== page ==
I turned 40 last year and while I dislike the use of the term “midlife crisis” the event did give me a pause for thought. I don’t mean a complete existential crisis, but it did stop me in my tracks and gave me the opportunity to reflect on life.
So instead of the “a time of intense difficulty or danger” definition of crisis, I used the lesser known meaning of the word: “a time when a difficult or important decision must be made”.
In other words, not a midlife crisis but a midlife crunch.
I’ve known friends and family members indulge in a midlife crisis; you know, the stereotypical kind where they buy a sports car and/or run off with someone a lot younger. I did neither of those things. One friend actually left her husband very suddenly and moved to France to start a polyamorous relationship with another woman and her boyfriend. I didn’t do that, either.
What I did do, though, was dig a metaphorical hole and willingly fell into it. It’s hard to describe but it was like, “I’m just going to stop what I’m doing, stop everything and plant myself into the ground until I can figure out what the hell is going on.”
I realised that I’d been living a very self destructive lifestyle. I’ve neglected both my physical and mental health. Eating badly, sleeping poorly, ignoring hobbies, becoming less active, brushing aside my body’s physical little niggles, spectacularly failing to manage my anxiety, and so on.
Worst of all, I let my anxious thoughts take over. And, since turning 40, I’ve had a lot of anxious thoughts. An overwhelming amount. Life, death, purpose, fate, meaning, what it would be like to no longer exist and to have your memories evaporate into complete nothingness so what was the point of it all, anyway. You know… the usual!
I was in that hole engulfed by anxious thoughts and I couldn’t reach my mental health toolbox, the one I can usually rely upon, that I’d left up on the surface. I found myself at the bottom, looking up. Life was a pinprick of light, too far above in the distance.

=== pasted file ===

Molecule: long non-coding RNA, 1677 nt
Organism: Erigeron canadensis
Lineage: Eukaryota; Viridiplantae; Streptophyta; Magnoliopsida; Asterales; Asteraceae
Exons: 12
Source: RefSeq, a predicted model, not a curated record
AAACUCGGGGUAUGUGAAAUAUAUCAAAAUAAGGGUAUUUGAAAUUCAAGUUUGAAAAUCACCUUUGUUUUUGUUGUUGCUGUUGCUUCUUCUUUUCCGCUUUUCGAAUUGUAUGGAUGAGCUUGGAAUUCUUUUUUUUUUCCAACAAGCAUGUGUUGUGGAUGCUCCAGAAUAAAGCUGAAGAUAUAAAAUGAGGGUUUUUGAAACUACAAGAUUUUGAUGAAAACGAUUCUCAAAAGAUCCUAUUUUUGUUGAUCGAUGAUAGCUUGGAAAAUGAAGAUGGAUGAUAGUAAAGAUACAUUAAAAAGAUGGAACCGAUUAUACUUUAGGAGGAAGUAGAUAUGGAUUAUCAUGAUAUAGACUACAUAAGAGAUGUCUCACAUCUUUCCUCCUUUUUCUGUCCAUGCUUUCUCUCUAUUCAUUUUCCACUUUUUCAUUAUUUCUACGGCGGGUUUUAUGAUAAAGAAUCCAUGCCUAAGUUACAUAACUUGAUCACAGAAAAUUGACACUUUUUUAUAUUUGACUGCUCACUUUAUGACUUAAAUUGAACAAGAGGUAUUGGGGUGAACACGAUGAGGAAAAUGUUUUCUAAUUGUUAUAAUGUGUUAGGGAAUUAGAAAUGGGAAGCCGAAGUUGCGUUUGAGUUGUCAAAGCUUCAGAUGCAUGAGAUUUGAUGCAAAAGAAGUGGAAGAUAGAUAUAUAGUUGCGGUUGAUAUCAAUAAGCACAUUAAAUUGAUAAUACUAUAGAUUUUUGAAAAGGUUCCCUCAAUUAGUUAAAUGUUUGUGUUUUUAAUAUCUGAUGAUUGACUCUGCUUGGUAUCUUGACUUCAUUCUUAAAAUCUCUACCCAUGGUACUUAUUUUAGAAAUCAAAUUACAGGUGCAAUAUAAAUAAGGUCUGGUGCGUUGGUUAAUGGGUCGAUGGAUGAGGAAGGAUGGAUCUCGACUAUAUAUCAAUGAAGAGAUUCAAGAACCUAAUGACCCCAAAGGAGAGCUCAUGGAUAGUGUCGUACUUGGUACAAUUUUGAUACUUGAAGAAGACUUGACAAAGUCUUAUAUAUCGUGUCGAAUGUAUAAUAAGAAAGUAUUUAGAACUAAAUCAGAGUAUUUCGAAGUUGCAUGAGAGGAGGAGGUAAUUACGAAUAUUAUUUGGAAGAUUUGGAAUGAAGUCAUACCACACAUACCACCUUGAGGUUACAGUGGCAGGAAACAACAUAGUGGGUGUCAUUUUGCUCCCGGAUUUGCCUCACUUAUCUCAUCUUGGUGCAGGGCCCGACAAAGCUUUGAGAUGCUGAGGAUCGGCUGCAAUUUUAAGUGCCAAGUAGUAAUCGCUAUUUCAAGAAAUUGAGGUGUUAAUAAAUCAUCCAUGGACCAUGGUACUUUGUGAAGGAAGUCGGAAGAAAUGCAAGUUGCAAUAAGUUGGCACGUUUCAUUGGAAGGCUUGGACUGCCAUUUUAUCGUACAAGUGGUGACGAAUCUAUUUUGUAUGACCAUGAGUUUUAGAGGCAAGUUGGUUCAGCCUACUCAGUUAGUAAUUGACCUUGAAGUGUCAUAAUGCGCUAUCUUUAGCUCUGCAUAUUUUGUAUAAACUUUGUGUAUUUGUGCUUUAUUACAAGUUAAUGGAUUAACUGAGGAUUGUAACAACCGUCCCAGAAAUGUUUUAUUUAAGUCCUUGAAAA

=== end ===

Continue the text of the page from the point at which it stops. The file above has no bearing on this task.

It was crunch time and I had to climb back up. Because I’ve always been a loner, I won’t—can’t—ask for help. It’s just the way I’m wired. But that doesn’t mean I’m unable to help myself.
I can write down what I can’t talk about, so putting my thoughts into words was the kickstart I needed. From there, the problems on one side of the page gave rise to solutions on the other. And before I knew it, I was climbing again.
Life is fast-paced. There’s no such thing as “settling down” when you get to a certain age. An anxious mind cannot settle down, but sometimes you can try to make it slow down. Take a deep, deep breath. Take stock. Evaluate. It’s crucial, in fact. As dark as it was at the bottom of that hole, my time there, on reflection, did more good than harm.
I had the time to evaluate everything; the good and the bad. I am grateful for all the good in my life and it does, genuinely, outweigh the bad. But an anxious mind can and will distort that reality. The hole really isn’t as deep as your anxious mind tells you.
Recently, I’ve put a “self-care action plan” in place. It’s unique to me, of course, but I am sure it’s something everyone needs to do. Most importantly, it’s something we all need to regularly remind ourselves to do! Ahead, there is hard work to be done.
I’ll be 41 soon. I’m fine with that now. I wasn’t, but I am now. I tell myself now that I didn’t “turn” 40, I “reached” 40. That’s a very important distinction to make. It’s been a tough climb but I’ve nearly reached the top again. And it feels good to have the sun–life itself–shining on my face once more.